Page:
I could find next to nothing about author F.J. Smith other than the fact that several of his stories appeared in various Alfred Hitchcock anthologies. “One More Mile to Go” is a rare third-person narration from the pages of Manhunt. A small-town Louisiana shopkeeper strangles his nagging wife in her sleep and needs to hide the body somewhere (a recurring theme in Manhunt).

Along the way to the body stash site, he’s pulled over by a state trooper, and the interaction feeds the tension of the situation. It’s a good, simple story. Nothing revelatory, but certainly not a waste of your time.

The Geniuses by Max Franklin (June 1957)

Richard Deming is the only author to appear twice in the anthology with one story under his own name and this one under his Max Franklin pseudonym. “The Geniuses” is about two teenage thrill-killers long before murderous youth was a regular occurrence in American life.

Bart and Edward are high-IQ college kids who find themselves to be social pariahs among their campus peers. A conversation about how one might craft the perfect murder takes a nefarious turn when they begin experimenting with these ideas on a classmate. It begins as an intellectual exercise and then becomes deadly real high-wire act. Under any name, Deming is a solid talent and was rightfully among the bedrock of the Manhunt talent pool.

Girl Friend by Mark Mallory (September 1957)

Mark Mallory was a pseudonym for Morris Hershman who did a lot of writing in the mid-20th Century in the science fiction, war and crime genres. He was also a regular contributor to Mike Shayne Mystery Magazine.

“Girl Friend” is a diabolical little story told as an interrogation transcript of a 14 year-old girl accused of murder. As the story unfolds, the kid appears to be the daughter of a prostitute pressed into service herself. Her mom would command top dollar for the girl by telling the clients she was a twelve year-old virgin. As the nightmare narrative shifts into a murder confession, the brilliance of this nasty little story really takes shape. Despite the disturbing set-up, don’t skip this gem.

Midnight Caller by Wade Miller (January 1958)

Wade Miller was the popular collaboration of Robert Wade and Bill Miller that produced so many outstanding crime and adventure novels in the paperback original era. “Midnight Caller” is a short-short story - only two pages long - about a woman being menaced by a sexually-aggressive intruder in her bedroom. It’s a tense little story with a fun punch line at the end.

Paperback Warrior Verdict:

The Best of Manhunt 2 is another masterpiece of short fiction that will be an essential part of any hardboiled library. I’m hoping that it’s another monster success for Stark House to justify more volumes in the future. Highly recommended.

Buy a copy of this book HERE

Saturday, March 7, 2020

Killing Cousins

Fletcher Flora (1914-1968) was born in Kansas and served in the U.S. Army during World War 2. After the war, he became a mystery writer while continuing to serve as an Education Advisor to the Army. The promise of sex in his novels is always front and center in the marketing, but his stories were never as graphic as the tawdry covers promised. Flora’s “Killing Cousins” was a 1960 hardcover later reprinted in 1961 as an Ace Double and several other times since then. It’s currently available as both an ebook and audiobook.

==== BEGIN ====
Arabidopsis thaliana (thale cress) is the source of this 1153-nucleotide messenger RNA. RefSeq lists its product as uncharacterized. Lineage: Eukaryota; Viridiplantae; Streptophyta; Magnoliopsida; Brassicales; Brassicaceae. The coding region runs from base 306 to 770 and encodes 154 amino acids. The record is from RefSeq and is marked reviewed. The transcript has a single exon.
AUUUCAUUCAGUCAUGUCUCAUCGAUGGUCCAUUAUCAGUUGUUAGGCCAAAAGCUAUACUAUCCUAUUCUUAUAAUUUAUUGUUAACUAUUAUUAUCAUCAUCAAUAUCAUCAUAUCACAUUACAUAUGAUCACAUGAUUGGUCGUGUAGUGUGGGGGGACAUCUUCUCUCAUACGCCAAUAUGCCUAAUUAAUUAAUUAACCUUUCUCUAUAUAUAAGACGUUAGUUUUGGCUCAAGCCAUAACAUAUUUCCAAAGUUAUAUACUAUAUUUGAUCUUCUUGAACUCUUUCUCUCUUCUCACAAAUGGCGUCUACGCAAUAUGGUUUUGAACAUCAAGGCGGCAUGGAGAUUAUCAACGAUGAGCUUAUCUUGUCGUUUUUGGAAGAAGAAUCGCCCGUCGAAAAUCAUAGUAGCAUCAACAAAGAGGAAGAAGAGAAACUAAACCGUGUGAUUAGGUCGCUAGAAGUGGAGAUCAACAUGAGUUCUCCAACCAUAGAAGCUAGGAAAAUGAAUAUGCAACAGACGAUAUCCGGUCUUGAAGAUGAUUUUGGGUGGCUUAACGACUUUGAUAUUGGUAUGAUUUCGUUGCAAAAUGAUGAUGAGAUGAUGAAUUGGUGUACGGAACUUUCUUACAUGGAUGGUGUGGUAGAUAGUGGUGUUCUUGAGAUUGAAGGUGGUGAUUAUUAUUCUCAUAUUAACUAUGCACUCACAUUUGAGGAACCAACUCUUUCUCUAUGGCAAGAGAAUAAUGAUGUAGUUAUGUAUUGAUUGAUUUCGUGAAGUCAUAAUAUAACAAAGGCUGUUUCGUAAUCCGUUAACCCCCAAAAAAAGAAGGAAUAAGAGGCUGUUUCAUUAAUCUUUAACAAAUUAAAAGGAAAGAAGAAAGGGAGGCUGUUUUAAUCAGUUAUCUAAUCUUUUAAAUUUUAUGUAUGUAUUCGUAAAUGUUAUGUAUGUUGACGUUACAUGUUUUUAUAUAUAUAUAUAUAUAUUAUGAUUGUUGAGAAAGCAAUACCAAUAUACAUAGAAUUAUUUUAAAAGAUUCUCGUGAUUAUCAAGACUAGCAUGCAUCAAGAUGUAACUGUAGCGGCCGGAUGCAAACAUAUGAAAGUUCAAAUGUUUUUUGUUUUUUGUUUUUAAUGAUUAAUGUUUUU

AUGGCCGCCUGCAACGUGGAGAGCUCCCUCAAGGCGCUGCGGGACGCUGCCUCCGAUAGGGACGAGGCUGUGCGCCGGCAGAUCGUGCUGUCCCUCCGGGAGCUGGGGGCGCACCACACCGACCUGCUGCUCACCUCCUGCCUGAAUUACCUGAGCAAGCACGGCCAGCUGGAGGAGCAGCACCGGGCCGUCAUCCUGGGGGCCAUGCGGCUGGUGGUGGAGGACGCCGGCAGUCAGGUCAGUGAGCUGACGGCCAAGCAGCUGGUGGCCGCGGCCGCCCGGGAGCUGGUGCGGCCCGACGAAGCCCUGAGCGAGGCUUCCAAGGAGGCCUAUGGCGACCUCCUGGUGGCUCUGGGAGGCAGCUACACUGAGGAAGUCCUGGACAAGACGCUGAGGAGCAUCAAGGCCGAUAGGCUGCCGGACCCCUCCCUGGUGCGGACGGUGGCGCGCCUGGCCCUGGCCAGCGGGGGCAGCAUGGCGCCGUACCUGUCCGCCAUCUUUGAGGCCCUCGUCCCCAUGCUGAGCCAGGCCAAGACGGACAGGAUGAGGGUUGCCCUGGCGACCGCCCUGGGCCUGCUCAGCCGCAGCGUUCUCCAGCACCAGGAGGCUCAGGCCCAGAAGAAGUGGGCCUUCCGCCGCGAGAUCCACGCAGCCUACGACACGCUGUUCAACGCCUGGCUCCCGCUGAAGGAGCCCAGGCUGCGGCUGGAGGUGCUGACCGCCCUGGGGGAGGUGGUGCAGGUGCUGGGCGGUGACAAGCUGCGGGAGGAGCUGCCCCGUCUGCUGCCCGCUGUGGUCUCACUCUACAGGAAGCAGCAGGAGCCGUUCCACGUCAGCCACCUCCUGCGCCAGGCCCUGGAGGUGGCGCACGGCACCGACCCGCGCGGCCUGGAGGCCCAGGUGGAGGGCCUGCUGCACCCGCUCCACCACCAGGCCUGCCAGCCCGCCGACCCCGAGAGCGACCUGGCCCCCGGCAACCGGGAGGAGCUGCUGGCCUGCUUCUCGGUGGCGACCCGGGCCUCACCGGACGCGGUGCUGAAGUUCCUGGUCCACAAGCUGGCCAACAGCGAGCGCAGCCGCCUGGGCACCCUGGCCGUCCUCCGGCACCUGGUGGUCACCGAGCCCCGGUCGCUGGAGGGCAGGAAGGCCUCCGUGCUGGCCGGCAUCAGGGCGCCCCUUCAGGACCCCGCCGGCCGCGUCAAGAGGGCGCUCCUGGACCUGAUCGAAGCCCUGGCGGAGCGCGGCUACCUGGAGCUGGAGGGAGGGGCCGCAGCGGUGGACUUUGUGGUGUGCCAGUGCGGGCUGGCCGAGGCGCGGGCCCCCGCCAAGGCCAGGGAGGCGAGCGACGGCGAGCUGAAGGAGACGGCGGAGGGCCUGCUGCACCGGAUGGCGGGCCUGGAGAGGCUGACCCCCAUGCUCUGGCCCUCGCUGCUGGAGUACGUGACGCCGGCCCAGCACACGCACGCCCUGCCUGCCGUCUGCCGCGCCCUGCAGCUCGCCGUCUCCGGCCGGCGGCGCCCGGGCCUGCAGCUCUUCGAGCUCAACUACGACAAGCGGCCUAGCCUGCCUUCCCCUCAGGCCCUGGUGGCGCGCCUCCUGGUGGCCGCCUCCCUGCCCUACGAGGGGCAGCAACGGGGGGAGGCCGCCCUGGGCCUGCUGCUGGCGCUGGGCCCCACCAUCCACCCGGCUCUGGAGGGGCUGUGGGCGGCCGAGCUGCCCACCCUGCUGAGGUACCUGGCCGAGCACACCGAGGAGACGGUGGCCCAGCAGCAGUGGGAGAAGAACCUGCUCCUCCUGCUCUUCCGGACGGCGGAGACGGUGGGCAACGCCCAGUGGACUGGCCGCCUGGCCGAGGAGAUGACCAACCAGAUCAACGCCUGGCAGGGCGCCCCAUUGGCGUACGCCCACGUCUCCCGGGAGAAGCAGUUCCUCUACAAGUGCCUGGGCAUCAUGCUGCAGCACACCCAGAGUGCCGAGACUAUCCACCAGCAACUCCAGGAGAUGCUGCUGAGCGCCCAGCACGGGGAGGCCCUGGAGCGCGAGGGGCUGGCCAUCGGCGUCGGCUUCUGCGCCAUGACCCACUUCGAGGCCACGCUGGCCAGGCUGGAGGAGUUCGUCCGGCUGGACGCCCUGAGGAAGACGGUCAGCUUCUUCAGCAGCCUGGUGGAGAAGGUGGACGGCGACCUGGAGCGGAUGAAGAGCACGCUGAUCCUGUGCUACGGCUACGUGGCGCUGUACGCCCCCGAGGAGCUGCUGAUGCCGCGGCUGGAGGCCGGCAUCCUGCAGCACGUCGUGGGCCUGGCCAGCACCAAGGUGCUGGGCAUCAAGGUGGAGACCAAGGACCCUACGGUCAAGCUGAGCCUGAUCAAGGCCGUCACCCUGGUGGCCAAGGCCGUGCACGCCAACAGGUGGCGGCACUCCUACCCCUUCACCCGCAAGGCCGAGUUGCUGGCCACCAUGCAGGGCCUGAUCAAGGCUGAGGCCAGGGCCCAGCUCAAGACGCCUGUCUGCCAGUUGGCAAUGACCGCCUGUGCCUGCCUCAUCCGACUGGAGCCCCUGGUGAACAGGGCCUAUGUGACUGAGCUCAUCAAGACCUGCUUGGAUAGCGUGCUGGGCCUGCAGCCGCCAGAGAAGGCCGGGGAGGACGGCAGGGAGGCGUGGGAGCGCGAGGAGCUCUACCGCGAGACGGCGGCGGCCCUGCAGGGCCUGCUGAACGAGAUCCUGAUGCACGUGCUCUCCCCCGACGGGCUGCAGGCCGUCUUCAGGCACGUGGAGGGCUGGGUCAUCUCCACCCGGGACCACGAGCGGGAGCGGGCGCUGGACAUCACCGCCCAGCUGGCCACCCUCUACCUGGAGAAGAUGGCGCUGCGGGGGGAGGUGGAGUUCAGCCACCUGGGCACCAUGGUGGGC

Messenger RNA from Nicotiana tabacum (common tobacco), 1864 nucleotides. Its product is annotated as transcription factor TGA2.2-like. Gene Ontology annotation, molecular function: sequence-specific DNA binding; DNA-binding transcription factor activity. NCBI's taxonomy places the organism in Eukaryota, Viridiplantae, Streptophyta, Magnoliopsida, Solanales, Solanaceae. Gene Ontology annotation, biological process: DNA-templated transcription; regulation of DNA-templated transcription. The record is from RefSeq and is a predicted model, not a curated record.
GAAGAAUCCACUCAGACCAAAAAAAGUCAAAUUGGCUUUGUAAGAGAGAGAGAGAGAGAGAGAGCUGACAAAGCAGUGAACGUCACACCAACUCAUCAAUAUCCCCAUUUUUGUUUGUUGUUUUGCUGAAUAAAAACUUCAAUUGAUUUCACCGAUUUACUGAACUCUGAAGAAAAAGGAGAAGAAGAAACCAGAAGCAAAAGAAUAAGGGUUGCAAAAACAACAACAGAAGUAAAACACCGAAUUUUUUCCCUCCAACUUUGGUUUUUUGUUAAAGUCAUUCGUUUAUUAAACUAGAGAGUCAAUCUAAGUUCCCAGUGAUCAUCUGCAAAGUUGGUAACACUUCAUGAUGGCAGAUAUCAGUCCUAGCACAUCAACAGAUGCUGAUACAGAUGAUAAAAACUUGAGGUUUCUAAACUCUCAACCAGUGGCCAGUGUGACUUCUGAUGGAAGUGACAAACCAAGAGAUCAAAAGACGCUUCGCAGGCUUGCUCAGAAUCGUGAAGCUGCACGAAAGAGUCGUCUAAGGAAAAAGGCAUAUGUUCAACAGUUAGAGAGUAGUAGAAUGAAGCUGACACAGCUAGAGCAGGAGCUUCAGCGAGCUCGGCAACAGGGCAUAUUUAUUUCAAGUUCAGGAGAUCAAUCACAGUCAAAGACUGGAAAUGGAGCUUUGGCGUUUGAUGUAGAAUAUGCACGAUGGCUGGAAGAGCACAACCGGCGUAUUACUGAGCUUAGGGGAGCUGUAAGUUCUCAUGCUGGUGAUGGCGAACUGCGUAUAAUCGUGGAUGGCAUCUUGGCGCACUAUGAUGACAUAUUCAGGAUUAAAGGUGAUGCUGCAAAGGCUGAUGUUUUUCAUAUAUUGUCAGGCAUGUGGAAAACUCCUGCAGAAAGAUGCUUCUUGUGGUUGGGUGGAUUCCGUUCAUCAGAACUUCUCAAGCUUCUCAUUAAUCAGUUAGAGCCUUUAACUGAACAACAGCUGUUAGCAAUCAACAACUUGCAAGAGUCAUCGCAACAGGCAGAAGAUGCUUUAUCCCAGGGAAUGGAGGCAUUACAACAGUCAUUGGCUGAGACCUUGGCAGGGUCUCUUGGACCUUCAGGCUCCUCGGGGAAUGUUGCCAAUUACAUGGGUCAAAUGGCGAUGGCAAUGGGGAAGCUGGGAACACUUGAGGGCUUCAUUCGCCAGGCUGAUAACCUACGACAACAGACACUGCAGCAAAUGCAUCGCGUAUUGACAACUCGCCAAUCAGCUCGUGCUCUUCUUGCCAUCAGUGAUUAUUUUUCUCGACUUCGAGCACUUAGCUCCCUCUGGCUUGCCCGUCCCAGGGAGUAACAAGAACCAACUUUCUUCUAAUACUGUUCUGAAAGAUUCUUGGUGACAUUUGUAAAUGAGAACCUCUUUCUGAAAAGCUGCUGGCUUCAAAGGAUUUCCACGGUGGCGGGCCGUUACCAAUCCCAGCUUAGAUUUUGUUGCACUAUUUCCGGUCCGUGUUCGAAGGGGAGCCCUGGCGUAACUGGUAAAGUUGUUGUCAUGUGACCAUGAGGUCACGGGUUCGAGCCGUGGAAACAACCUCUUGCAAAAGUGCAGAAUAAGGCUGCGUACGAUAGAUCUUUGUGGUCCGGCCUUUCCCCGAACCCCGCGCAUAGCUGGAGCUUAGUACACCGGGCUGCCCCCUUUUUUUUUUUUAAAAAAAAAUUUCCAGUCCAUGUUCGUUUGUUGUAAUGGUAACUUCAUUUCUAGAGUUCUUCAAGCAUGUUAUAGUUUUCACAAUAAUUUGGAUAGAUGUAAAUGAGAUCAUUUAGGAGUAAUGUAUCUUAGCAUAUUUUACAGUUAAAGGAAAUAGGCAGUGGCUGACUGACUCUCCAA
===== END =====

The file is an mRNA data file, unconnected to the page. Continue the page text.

Willie is married to Howard, but she’s also the town slut in their affluent suburb of Kansas City. It seems that a sizable number of men in the town - certainly at their country club - have taken their turn with Willie over the years. One some level, Howard knows this is happening and chooses to look the other way like a good cuckold.

All this changes when Howard catches his wife servicing his brainy cousin, Quincy. Willie’s infidelity with a family member is a bridge too far, and Howard packs his bags to leave Willie once and for all. This leads to an altercation in which Willie shoots Howard dead with a pistol in their home. No spoilers here - this early-novel killing is disclosed in the opening pages.

Of course, this is just the novel’s setup. The heart of the story is how Willie deals with the dead body of her husband lying in her bedroom. She enlists the help of her lover Quincy to manage the disposal of his cousin’s corpse while planning the elaborate cover-up together.

Flora writes “Killing Cousins” in a breezy and darkly humorous style reminiscent of a good episode of “Alfred Hitchcock Presents.” This tonal choice makes sense as the author sold dozens of stories to Hitchcock’s Mystery Magazine and anthologies throughout his writing career. The focus is not on the horror of Willie’s infidelities and husband-killing but rather how she and Quincy navigate suburban norms and niceties in their attempt to get away with it.

I enjoyed the hell out of this short novel and you probably will too with three important caveats: First, all the characters are pretty reprehensible, so there’s no hero to really get behind. Second, it’s not an action-packed novel at all. It’s more like a chess match between the protagonists and the their obstacles. Lastly, this is a crime novel, not a mystery. There are twists and surprises along the way, but there’s nothing for the reader to solve. None of these issues detracted from my enjoyment of the book, but you should know what you’re getting. Recommended.